Kanban for interaction design


Recently at work I have been using a Kanban board with a colleague to manage our design work.

Although early days, we have found it to be a real help and it has garnered some interest beyond the project we are on.

We started the board with the following goals:

  • Track what each other is working on
  • Record our design reviews and comments
  • Better develop our design process (using hypotheses)
  • Record design decisions and evidence for them
  • Show our process to the rest of the project
  • Be able to (visually) organise and priortise design work
  • Involve our Product Owner in priortising what design work was being focused on

Even if you are the sole designer/UX person, it is valuable to be able to communicate with other people on a project what you are working on and your current priorities.

The board has helped us structure our work and track it better, as well as expose that workflow to other members of the team.

It has also shown us where our design bottlenecks are, and what things we need to swarm on together to speed up and get done.

It takes discipline to maintain but provides real value if you do.

So, what is Kanban?

If you've worked on a software project before, you may have encountered Kanban boards.

On a Kanban board, items (jobs, tasks or anything) are written on cards which sit on a board in a set of columns. Each column has a label indicating the cards status or activity. The cards move across the board as they change status.

The simplest Kanban boards are structured in three columns of "todo", "doing", "done". Often this board structure then evolves with a "backlog" or "ideas" column preceeding the todo column for ideas to be stored.





Like many workflows ours didn't feel like it fit with this simplisitic structure. But we did feel like this technique could help us structure our work.

How we implemented Kanban

The first step we took was to sketch out the phases a bit of design work would go through.

To test if it would work we realised we needed to get this on a whiteboard.

We found some whiteboard space (a precious commodity) and started to draw our board up.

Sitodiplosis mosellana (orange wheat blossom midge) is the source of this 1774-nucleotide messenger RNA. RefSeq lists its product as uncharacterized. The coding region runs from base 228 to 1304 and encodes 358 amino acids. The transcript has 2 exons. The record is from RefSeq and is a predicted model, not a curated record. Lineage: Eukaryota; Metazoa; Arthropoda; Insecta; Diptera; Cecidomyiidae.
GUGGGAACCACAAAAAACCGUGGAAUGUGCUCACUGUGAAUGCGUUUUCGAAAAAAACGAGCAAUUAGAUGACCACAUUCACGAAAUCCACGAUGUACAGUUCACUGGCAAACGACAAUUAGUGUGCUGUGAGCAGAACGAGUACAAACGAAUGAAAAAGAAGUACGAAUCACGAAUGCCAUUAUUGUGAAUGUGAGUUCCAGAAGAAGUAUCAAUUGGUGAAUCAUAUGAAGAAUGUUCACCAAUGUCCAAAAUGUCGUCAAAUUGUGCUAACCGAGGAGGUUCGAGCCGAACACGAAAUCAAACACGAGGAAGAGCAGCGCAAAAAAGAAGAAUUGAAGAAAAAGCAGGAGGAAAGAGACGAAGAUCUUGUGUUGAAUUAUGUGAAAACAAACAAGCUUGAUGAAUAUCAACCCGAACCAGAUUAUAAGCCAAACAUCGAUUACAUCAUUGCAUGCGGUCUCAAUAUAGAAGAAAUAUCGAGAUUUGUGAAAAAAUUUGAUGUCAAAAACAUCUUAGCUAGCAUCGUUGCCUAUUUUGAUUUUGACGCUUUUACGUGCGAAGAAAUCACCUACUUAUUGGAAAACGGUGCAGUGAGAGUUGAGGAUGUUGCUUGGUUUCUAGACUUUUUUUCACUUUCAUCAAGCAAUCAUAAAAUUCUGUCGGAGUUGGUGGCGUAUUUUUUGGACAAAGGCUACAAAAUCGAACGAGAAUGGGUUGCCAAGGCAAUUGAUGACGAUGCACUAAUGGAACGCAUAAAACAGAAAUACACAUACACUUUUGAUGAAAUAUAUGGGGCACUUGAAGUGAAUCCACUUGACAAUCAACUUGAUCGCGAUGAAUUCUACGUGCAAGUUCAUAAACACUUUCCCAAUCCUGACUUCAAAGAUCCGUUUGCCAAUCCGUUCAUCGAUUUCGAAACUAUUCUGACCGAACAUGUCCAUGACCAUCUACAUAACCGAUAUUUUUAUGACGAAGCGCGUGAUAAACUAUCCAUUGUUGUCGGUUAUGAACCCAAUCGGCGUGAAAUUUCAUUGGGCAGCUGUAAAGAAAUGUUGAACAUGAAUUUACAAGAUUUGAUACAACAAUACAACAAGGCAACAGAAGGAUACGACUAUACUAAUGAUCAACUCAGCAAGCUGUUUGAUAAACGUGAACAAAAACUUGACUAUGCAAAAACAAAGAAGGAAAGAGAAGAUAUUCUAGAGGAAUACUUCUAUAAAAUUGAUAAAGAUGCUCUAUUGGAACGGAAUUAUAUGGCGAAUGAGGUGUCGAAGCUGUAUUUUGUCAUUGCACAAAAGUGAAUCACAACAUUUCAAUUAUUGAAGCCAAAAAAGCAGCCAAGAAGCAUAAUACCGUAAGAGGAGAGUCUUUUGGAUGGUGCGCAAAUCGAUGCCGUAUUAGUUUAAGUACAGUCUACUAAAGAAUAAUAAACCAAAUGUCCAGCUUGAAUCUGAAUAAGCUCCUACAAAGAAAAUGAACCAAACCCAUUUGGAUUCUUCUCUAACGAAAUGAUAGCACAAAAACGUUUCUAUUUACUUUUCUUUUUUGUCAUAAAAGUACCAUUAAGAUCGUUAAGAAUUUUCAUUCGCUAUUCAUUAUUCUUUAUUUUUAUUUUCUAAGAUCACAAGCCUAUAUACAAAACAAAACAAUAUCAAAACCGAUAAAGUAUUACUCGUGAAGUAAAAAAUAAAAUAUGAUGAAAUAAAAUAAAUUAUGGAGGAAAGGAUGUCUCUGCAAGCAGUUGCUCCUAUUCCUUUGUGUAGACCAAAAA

We both knew this was going to be a long journey. There was also a risk of exposing our work too early and receiving too much input too soon. It's better to get something up and public. The risk was worth the reward.

First implementation

After going backwards and forwards over the column names, we sketched out our board and added some cards.

A Kanban board drawn on a whiteboard

The idea behind the columns were:

  1. Backlog

    The is where our ideas live. Design hypotheses. Components to look into and explore. Things to optimise. Bugs or "That's not great is its".

  2. Elaborate

    The phase where we are actively working on a problem, but exploring the shape and size of it. Looking at current solutions and the reasons they exist, as well as other people's.

  3. Refine

    Here we are refining our ideas into testable chunks of work. Sketching paper prototypes. Thinking how a problem might be solved but an iterative area of work.

  4. Build

    The stage where we formally think an idea is worth pursuing. We have a hypothesis, we have refined it and now want to build something formally to test and review

  5. Review

    Formal review time. Either with a fellow designer or a member of the product team (or programme or beyond).

  6. Test/Evaluate

    Time to get it in front of people and work out if it has the desired outcomes.

  7. Done

    All work finished. Idea explored, built, reviewed, tested with users.